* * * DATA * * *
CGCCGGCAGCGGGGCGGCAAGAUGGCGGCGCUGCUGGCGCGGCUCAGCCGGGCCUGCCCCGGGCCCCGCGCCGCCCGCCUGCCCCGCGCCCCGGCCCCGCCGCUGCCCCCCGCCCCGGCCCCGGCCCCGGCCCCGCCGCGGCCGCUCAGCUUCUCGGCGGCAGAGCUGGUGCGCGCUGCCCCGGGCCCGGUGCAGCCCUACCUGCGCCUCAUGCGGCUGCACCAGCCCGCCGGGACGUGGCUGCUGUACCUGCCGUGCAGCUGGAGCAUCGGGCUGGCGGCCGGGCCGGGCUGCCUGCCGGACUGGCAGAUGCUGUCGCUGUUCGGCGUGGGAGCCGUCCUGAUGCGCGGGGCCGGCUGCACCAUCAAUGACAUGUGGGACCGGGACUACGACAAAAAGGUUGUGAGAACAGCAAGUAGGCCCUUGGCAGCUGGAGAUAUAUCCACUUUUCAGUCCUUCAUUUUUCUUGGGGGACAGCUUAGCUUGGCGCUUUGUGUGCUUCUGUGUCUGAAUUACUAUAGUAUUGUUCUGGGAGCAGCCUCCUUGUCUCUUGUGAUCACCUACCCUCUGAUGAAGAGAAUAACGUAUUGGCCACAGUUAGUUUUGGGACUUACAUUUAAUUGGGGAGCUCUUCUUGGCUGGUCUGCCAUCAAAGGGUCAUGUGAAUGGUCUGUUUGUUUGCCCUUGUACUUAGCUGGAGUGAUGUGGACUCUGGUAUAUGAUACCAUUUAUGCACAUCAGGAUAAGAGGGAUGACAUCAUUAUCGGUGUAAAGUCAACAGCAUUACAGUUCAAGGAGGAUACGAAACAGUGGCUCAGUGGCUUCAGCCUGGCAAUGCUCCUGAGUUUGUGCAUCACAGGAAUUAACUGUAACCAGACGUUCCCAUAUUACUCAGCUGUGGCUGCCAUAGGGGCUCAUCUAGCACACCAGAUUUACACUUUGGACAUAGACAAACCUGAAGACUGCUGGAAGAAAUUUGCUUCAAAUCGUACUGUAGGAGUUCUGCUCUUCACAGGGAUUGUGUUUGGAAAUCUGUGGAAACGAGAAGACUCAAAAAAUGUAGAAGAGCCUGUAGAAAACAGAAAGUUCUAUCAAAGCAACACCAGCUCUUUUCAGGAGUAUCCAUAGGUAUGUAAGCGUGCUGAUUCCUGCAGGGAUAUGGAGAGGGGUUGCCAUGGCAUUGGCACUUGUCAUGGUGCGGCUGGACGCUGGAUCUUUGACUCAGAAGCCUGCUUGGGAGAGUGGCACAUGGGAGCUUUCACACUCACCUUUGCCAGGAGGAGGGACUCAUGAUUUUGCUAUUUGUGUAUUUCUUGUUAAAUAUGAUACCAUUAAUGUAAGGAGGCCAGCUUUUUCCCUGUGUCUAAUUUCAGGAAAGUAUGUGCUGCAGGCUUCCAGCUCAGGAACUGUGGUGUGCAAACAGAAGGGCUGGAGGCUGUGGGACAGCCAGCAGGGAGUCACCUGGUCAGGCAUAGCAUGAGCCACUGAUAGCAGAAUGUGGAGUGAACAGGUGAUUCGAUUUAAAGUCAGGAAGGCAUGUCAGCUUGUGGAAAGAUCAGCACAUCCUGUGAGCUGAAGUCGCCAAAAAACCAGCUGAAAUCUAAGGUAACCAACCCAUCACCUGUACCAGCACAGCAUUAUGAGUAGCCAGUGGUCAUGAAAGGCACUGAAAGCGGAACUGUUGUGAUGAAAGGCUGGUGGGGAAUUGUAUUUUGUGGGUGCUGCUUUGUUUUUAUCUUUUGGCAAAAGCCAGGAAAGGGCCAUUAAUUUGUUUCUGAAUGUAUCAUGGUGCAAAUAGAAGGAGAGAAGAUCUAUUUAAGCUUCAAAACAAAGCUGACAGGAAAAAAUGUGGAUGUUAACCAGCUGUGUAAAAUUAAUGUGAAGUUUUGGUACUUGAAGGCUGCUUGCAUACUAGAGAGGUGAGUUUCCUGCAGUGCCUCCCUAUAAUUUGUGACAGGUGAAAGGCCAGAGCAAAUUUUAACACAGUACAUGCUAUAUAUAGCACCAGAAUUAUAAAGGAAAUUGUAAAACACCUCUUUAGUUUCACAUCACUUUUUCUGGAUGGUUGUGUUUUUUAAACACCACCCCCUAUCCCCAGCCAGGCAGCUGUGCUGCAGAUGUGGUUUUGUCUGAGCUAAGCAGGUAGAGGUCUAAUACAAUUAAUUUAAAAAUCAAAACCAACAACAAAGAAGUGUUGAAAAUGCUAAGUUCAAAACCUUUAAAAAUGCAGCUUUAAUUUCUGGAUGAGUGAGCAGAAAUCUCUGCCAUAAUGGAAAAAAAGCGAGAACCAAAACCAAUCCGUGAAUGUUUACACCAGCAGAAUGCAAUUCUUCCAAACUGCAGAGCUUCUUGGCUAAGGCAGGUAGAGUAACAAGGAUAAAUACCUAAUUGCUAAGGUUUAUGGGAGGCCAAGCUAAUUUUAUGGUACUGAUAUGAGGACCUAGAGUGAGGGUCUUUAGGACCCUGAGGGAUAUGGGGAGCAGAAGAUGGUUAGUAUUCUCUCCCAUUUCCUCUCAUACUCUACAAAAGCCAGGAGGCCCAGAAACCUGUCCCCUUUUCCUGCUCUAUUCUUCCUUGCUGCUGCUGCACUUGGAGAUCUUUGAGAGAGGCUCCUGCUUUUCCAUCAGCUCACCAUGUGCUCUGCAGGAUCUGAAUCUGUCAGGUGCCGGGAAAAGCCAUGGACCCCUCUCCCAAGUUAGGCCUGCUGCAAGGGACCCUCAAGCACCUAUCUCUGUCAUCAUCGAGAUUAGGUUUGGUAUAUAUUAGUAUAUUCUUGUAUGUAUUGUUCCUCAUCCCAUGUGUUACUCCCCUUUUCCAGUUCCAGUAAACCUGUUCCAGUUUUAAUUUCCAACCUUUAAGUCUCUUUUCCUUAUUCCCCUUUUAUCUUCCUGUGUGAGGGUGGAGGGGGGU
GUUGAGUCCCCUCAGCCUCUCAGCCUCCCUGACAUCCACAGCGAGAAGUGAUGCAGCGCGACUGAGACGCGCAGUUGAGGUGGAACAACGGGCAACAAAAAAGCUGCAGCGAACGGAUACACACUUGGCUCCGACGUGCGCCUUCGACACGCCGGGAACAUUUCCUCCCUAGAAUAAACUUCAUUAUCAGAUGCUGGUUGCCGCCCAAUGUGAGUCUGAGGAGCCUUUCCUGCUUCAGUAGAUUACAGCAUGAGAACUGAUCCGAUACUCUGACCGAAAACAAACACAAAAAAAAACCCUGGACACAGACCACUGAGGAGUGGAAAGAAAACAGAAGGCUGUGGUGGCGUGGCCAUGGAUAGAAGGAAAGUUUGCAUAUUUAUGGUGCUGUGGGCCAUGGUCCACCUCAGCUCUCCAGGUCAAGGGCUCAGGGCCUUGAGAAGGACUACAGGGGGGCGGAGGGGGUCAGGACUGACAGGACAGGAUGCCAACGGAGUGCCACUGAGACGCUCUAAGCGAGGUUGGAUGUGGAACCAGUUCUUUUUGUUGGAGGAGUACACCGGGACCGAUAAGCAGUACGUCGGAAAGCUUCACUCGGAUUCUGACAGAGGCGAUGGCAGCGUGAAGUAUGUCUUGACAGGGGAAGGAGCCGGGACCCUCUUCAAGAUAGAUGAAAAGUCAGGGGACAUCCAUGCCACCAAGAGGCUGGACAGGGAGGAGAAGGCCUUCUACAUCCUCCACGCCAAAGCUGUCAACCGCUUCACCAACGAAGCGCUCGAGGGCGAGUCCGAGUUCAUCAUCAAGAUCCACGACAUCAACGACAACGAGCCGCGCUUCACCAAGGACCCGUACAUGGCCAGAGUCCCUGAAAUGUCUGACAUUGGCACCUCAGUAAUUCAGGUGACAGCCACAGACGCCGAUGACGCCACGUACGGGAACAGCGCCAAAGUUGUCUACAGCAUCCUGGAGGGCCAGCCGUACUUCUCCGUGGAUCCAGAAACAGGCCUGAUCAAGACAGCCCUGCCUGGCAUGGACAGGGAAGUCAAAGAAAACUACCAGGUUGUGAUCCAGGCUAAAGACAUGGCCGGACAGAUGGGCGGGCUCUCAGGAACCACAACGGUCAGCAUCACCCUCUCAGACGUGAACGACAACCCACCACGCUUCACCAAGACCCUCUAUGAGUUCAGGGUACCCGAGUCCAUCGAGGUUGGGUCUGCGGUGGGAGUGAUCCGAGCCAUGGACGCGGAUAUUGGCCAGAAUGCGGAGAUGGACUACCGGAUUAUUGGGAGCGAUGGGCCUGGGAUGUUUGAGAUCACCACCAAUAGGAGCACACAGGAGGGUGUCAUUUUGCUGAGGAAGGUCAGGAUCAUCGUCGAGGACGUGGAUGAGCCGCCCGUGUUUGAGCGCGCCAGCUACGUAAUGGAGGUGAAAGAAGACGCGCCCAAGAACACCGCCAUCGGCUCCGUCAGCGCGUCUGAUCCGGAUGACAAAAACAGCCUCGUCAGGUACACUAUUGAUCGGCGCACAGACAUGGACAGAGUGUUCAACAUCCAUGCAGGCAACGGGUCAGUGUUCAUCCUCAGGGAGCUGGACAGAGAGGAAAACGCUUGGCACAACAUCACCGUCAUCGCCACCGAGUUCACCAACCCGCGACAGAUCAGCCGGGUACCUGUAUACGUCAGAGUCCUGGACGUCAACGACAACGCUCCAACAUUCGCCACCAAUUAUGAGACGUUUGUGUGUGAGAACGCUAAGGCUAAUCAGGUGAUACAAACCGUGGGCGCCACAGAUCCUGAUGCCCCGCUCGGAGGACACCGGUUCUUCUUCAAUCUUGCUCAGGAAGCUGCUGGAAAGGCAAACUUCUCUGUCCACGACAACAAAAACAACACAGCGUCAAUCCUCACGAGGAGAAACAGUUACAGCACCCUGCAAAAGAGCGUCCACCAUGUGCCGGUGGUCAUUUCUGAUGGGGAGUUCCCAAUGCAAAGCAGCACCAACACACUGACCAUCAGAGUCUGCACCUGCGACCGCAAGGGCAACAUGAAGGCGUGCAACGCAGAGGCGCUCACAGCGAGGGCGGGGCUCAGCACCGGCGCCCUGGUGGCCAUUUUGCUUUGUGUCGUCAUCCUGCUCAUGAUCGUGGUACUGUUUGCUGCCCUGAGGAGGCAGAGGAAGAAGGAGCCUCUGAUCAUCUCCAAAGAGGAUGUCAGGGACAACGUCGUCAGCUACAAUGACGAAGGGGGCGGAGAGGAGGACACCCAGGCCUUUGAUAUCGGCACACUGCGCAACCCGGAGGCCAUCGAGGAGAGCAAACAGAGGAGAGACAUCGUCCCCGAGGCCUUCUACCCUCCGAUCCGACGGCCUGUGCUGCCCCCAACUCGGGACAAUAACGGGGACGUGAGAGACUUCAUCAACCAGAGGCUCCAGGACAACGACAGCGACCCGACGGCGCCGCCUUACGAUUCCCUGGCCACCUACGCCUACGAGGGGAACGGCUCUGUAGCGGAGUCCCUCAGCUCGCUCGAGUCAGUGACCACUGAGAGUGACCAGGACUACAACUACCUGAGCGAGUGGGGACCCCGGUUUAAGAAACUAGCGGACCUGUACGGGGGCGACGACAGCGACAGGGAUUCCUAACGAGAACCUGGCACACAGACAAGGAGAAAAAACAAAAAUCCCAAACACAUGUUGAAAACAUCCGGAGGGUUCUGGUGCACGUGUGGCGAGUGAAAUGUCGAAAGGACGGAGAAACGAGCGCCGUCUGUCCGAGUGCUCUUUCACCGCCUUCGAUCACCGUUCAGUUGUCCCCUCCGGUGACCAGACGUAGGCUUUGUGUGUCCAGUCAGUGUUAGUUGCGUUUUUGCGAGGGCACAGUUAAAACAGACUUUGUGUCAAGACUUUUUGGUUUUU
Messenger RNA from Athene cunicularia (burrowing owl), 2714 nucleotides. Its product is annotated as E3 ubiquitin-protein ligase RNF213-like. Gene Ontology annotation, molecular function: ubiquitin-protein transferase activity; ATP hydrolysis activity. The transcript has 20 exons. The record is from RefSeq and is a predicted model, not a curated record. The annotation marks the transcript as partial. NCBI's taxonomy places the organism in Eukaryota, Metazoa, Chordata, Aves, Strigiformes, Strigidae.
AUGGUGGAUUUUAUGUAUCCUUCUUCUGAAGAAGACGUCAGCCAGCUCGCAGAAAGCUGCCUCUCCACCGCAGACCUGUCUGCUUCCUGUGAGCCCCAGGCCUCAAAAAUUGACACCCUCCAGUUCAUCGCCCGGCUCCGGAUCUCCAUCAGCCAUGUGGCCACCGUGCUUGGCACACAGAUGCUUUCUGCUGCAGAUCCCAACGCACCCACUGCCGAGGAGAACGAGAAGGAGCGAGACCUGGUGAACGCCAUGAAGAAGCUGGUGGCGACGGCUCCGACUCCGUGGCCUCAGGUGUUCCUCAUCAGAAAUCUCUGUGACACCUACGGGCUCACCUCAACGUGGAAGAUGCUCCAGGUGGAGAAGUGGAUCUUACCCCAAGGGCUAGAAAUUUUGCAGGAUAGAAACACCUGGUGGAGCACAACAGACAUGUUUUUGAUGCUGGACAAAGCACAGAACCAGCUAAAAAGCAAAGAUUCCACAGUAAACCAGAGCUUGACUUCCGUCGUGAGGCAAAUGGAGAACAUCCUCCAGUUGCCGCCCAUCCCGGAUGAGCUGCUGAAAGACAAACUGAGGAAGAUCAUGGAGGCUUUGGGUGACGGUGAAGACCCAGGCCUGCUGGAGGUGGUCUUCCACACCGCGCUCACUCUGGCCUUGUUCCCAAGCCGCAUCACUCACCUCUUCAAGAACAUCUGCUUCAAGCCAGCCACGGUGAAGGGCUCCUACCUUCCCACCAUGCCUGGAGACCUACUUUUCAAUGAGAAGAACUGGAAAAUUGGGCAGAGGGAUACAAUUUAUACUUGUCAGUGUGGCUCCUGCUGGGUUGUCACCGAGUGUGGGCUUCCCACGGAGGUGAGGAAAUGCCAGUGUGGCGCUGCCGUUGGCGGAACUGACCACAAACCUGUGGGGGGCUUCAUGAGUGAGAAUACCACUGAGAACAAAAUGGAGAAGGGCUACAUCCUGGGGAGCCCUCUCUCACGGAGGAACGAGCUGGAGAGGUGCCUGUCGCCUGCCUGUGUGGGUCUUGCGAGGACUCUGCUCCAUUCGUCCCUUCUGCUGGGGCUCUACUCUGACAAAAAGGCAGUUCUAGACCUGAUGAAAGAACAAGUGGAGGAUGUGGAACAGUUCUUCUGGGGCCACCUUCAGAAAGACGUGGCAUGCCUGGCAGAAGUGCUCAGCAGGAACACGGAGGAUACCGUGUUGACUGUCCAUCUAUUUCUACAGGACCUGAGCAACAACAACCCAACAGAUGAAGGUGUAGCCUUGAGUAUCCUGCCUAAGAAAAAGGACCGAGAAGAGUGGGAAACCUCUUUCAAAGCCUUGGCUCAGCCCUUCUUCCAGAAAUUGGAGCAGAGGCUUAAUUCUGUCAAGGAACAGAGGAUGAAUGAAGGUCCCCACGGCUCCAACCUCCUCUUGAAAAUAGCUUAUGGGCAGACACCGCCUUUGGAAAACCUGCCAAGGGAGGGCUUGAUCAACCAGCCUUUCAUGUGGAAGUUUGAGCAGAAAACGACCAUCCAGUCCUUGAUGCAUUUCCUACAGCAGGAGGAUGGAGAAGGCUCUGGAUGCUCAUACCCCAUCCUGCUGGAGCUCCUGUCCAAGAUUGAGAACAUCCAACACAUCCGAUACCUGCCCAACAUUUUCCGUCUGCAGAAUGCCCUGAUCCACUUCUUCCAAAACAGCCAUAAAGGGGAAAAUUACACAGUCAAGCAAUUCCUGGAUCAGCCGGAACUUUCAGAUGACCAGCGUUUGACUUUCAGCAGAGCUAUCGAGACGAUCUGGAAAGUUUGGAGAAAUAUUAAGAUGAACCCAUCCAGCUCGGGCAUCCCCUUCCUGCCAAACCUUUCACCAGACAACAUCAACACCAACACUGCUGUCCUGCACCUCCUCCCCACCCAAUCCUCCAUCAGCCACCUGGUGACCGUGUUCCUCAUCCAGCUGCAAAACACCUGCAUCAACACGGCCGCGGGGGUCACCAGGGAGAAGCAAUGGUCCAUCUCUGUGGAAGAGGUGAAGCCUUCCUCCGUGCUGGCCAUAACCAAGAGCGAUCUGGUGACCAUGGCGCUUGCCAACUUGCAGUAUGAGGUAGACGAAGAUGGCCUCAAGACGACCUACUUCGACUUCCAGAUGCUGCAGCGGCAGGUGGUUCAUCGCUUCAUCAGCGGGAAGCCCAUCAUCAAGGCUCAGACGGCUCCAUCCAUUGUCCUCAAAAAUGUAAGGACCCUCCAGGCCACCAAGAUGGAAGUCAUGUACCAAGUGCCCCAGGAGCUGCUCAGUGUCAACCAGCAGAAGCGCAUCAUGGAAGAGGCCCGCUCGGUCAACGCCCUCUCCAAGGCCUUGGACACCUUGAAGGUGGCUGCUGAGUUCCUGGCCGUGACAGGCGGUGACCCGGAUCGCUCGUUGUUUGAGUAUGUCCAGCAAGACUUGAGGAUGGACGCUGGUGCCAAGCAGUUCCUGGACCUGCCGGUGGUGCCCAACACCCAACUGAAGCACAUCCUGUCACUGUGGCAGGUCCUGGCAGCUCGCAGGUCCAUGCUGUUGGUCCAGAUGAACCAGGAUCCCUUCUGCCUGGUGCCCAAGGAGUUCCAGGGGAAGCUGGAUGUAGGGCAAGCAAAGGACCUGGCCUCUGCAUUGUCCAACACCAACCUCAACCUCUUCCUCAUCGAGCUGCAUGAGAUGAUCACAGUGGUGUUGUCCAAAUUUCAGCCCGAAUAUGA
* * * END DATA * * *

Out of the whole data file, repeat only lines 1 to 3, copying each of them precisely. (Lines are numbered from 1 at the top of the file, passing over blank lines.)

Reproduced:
CGCCGGCAGCGGGGCGGCAAGAUGGCGGCGCUGCUGGCGCGGCUCAGCCGGGCCUGCCCCGGGCCCCGCGCCGCCCGCCUGCCCCGCGCCCCGGCCCCGCCGCUGCCCCCCGCCCCGGCCCCGGCCCCGGCCCCGCCGCGGCCGCUCAGCUUCUCGGCGGCAGAGCUGGUGCGCGCUGCCCCGGGCCCGGUGCAGCCCUACCUGCGCCUCAUGCGGCUGCACCAGCCCGCCGGGACGUGGCUGCUGUACCUGCCGUGCAGCUGGAGCAUCGGGCUGGCGGCCGGGCCGGGCUGCCUGCCGGACUGGCAGAUGCUGUCGCUGUUCGGCGUGGGAGCCGUCCUGAUGCGCGGGGCCGGCUGCACCAUCAAUGACAUGUGGGACCGGGACUACGACAAAAAGGUUGUGAGAACAGCAAGUAGGCCCUUGGCAGCUGGAGAUAUAUCCACUUUUCAGUCCUUCAUUUUUCUUGGGGGACAGCUUAGCUUGGCGCUUUGUGUGCUUCUGUGUCUGAAUUACUAUAGUAUUGUUCUGGGAGCAGCCUCCUUGUCUCUUGUGAUCACCUACCCUCUGAUGAAGAGAAUAACGUAUUGGCCACAGUUAGUUUUGGGACUUACAUUUAAUUGGGGAGCUCUUCUUGGCUGGUCUGCCAUCAAAGGGUCAUGUGAAUGGUCUGUUUGUUUGCCCUUGUACUUAGCUGGAGUGAUGUGGACUCUGGUAUAUGAUACCAUUUAUGCACAUCAGGAUAAGAGGGAUGACAUCAUUAUCGGUGUAAAGUCAACAGCAUUACAGUUCAAGGAGGAUACGAAACAGUGGCUCAGUGGCUUCAGCCUGGCAAUGCUCCUGAGUUUGUGCAUCACAGGAAUUAACUGUAACCAGACGUUCCCAUAUUACUCAGCUGUGGCUGCCAUAGGGGCUCAUCUAGCACACCAGAUUUACACUUUGGACAUAGACAAACCUGAAGACUGCUGGAAGAAAUUUGCUUCAAAUCGUACUGUAGGAGUUCUGCUCUUCACAGGGAUUGUGUUUGGAAAUCUGUGGAAACGAGAAGACUCAAAAAAUGUAGAAGAGCCUGUAGAAAACAGAAAGUUCUAUCAAAGCAACACCAGCUCUUUUCAGGAGUAUCCAUAGGUAUGUAAGCGUGCUGAUUCCUGCAGGGAUAUGGAGAGGGGUUGCCAUGGCAUUGGCACUUGUCAUGGUGCGGCUGGACGCUGGAUCUUUGACUCAGAAGCCUGCUUGGGAGAGUGGCACAUGGGAGCUUUCACACUCACCUUUGCCAGGAGGAGGGACUCAUGAUUUUGCUAUUUGUGUAUUUCUUGUUAAAUAUGAUACCAUUAAUGUAAGGAGGCCAGCUUUUUCCCUGUGUCUAAUUUCAGGAAAGUAUGUGCUGCAGGCUUCCAGCUCAGGAACUGUGGUGUGCAAACAGAAGGGCUGGAGGCUGUGGGACAGCCAGCAGGGAGUCACCUGGUCAGGCAUAGCAUGAGCCACUGAUAGCAGAAUGUGGAGUGAACAGGUGAUUCGAUUUAAAGUCAGGAAGGCAUGUCAGCUUGUGGAAAGAUCAGCACAUCCUGUGAGCUGAAGUCGCCAAAAAACCAGCUGAAAUCUAAGGUAACCAACCCAUCACCUGUACCAGCACAGCAUUAUGAGUAGCCAGUGGUCAUGAAAGGCACUGAAAGCGGAACUGUUGUGAUGAAAGGCUGGUGGGGAAUUGUAUUUUGUGGGUGCUGCUUUGUUUUUAUCUUUUGGCAAAAGCCAGGAAAGGGCCAUUAAUUUGUUUCUGAAUGUAUCAUGGUGCAAAUAGAAGGAGAGAAGAUCUAUUUAAGCUUCAAAACAAAGCUGACAGGAAAAAAUGUGGAUGUUAACCAGCUGUGUAAAAUUAAUGUGAAGUUUUGGUACUUGAAGGCUGCUUGCAUACUAGAGAGGUGAGUUUCCUGCAGUGCCUCCCUAUAAUUUGUGACAGGUGAAAGGCCAGAGCAAAUUUUAACACAGUACAUGCUAUAUAUAGCACCAGAAUUAUAAAGGAAAUUGUAAAACACCUCUUUAGUUUCACAUCACUUUUUCUGGAUGGUUGUGUUUUUUAAACACCACCCCCUAUCCCCAGCCAGGCAGCUGUGCUGCAGAUGUGGUUUUGUCUGAGCUAAGCAGGUAGAGGUCUAAUACAAUUAAUUUAAAAAUCAAAACCAACAACAAAGAAGUGUUGAAAAUGCUAAGUUCAAAACCUUUAAAAAUGCAGCUUUAAUUUCUGGAUGAGUGAGCAGAAAUCUCUGCCAUAAUGGAAAAAAAGCGAGAACCAAAACCAAUCCGUGAAUGUUUACACCAGCAGAAUGCAAUUCUUCCAAACUGCAGAGCUUCUUGGCUAAGGCAGGUAGAGUAACAAGGAUAAAUACCUAAUUGCUAAGGUUUAUGGGAGGCCAAGCUAAUUUUAUGGUACUGAUAUGAGGACCUAGAGUGAGGGUCUUUAGGACCCUGAGGGAUAUGGGGAGCAGAAGAUGGUUAGUAUUCUCUCCCAUUUCCUCUCAUACUCUACAAAAGCCAGGAGGCCCAGAAACCUGUCCCCUUUUCCUGCUCUAUUCUUCCUUGCUGCUGCUGCACUUGGAGAUCUUUGAGAGAGGCUCCUGCUUUUCCAUCAGCUCACCAUGUGCUCUGCAGGAUCUGAAUCUGUCAGGUGCCGGGAAAAGCCAUGGACCCCUCUCCCAAGUUAGGCCUGCUGCAAGGGACCCUCAAGCACCUAUCUCUGUCAUCAUCGAGAUUAGGUUUGGUAUAUAUUAGUAUAUUCUUGUAUGUAUUGUUCCUCAUCCCAUGUGUUACUCCCCUUUUCCAGUUCCAGUAAACCUGUUCCAGUUUUAAUUUCCAACCUUUAAGUCUCUUUUCCUUAUUCCCCUUUUAUCUUCCUGUGUGAGGGUGGAGGGGGGU
GUUGAGUCCCCUCAGCCUCUCAGCCUCCCUGACAUCCACAGCGAGAAGUGAUGCAGCGCGACUGAGACGCGCAGUUGAGGUGGAACAACGGGCAACAAAAAAGCUGCAGCGAACGGAUACACACUUGGCUCCGACGUGCGCCUUCGACACGCCGGGAACAUUUCCUCCCUAGAAUAAACUUCAUUAUCAGAUGCUGGUUGCCGCCCAAUGUGAGUCUGAGGAGCCUUUCCUGCUUCAGUAGAUUACAGCAUGAGAACUGAUCCGAUACUCUGACCGAAAACAAACACAAAAAAAAACCCUGGACACAGACCACUGAGGAGUGGAAAGAAAACAGAAGGCUGUGGUGGCGUGGCCAUGGAUAGAAGGAAAGUUUGCAUAUUUAUGGUGCUGUGGGCCAUGGUCCACCUCAGCUCUCCAGGUCAAGGGCUCAGGGCCUUGAGAAGGACUACAGGGGGGCGGAGGGGGUCAGGACUGACAGGACAGGAUGCCAACGGAGUGCCACUGAGACGCUCUAAGCGAGGUUGGAUGUGGAACCAGUUCUUUUUGUUGGAGGAGUACACCGGGACCGAUAAGCAGUACGUCGGAAAGCUUCACUCGGAUUCUGACAGAGGCGAUGGCAGCGUGAAGUAUGUCUUGACAGGGGAAGGAGCCGGGACCCUCUUCAAGAUAGAUGAAAAGUCAGGGGACAUCCAUGCCACCAAGAGGCUGGACAGGGAGGAGAAGGCCUUCUACAUCCUCCACGCCAAAGCUGUCAACCGCUUCACCAACGAAGCGCUCGAGGGCGAGUCCGAGUUCAUCAUCAAGAUCCACGACAUCAACGACAACGAGCCGCGCUUCACCAAGGACCCGUACAUGGCCAGAGUCCCUGAAAUGUCUGACAUUGGCACCUCAGUAAUUCAGGUGACAGCCACAGACGCCGAUGACGCCACGUACGGGAACAGCGCCAAAGUUGUCUACAGCAUCCUGGAGGGCCAGCCGUACUUCUCCGUGGAUCCAGAAACAGGCCUGAUCAAGACAGCCCUGCCUGGCAUGGACAGGGAAGUCAAAGAAAACUACCAGGUUGUGAUCCAGGCUAAAGACAUGGCCGGACAGAUGGGCGGGCUCUCAGGAACCACAACGGUCAGCAUCACCCUCUCAGACGUGAACGACAACCCACCACGCUUCACCAAGACCCUCUAUGAGUUCAGGGUACCCGAGUCCAUCGAGGUUGGGUCUGCGGUGGGAGUGAUCCGAGCCAUGGACGCGGAUAUUGGCCAGAAUGCGGAGAUGGACUACCGGAUUAUUGGGAGCGAUGGGCCUGGGAUGUUUGAGAUCACCACCAAUAGGAGCACACAGGAGGGUGUCAUUUUGCUGAGGAAGGUCAGGAUCAUCGUCGAGGACGUGGAUGAGCCGCCCGUGUUUGAGCGCGCCAGCUACGUAAUGGAGGUGAAAGAAGACGCGCCCAAGAACACCGCCAUCGGCUCCGUCAGCGCGUCUGAUCCGGAUGACAAAAACAGCCUCGUCAGGUACACUAUUGAUCGGCGCACAGACAUGGACAGAGUGUUCAACAUCCAUGCAGGCAACGGGUCAGUGUUCAUCCUCAGGGAGCUGGACAGAGAGGAAAACGCUUGGCACAACAUCACCGUCAUCGCCACCGAGUUCACCAACCCGCGACAGAUCAGCCGGGUACCUGUAUACGUCAGAGUCCUGGACGUCAACGACAACGCUCCAACAUUCGCCACCAAUUAUGAGACGUUUGUGUGUGAGAACGCUAAGGCUAAUCAGGUGAUACAAACCGUGGGCGCCACAGAUCCUGAUGCCCCGCUCGGAGGACACCGGUUCUUCUUCAAUCUUGCUCAGGAAGCUGCUGGAAAGGCAAACUUCUCUGUCCACGACAACAAAAACAACACAGCGUCAAUCCUCACGAGGAGAAACAGUUACAGCACCCUGCAAAAGAGCGUCCACCAUGUGCCGGUGGUCAUUUCUGAUGGGGAGUUCCCAAUGCAAAGCAGCACCAACACACUGACCAUCAGAGUCUGCACCUGCGACCGCAAGGGCAACAUGAAGGCGUGCAACGCAGAGGCGCUCACAGCGAGGGCGGGGCUCAGCACCGGCGCCCUGGUGGCCAUUUUGCUUUGUGUCGUCAUCCUGCUCAUGAUCGUGGUACUGUUUGCUGCCCUGAGGAGGCAGAGGAAGAAGGAGCCUCUGAUCAUCUCCAAAGAGGAUGUCAGGGACAACGUCGUCAGCUACAAUGACGAAGGGGGCGGAGAGGAGGACACCCAGGCCUUUGAUAUCGGCACACUGCGCAACCCGGAGGCCAUCGAGGAGAGCAAACAGAGGAGAGACAUCGUCCCCGAGGCCUUCUACCCUCCGAUCCGACGGCCUGUGCUGCCCCCAACUCGGGACAAUAACGGGGACGUGAGAGACUUCAUCAACCAGAGGCUCCAGGACAACGACAGCGACCCGACGGCGCCGCCUUACGAUUCCCUGGCCACCUACGCCUACGAGGGGAACGGCUCUGUAGCGGAGUCCCUCAGCUCGCUCGAGUCAGUGACCACUGAGAGUGACCAGGACUACAACUACCUGAGCGAGUGGGGACCCCGGUUUAAGAAACUAGCGGACCUGUACGGGGGCGACGACAGCGACAGGGAUUCCUAACGAGAACCUGGCACACAGACAAGGAGAAAAAACAAAAAUCCCAAACACAUGUUGAAAACAUCCGGAGGGUUCUGGUGCACGUGUGGCGAGUGAAAUGUCGAAAGGACGGAGAAACGAGCGCCGUCUGUCCGAGUGCUCUUUCACCGCCUUCGAUCACCGUUCAGUUGUCCCCUCCGGUGACCAGACGUAGGCUUUGUGUGUCCAGUCAGUGUUAGUUGCGUUUUUGCGAGGGCACAGUUAAAACAGACUUUGUGUCAAGACUUUUUGGUUUUU
Messenger RNA from Athene cunicularia (burrowing owl), 2714 nucleotides. Its product is annotated as E3 ubiquitin-protein ligase RNF213-like. Gene Ontology annotation, molecular function: ubiquitin-protein transferase activity; ATP hydrolysis activity. The transcript has 20 exons. The record is from RefSeq and is a predicted model, not a curated record. The annotation marks the transcript as partial. NCBI's taxonomy places the organism in Eukaryota, Metazoa, Chordata, Aves, Strigiformes, Strigidae.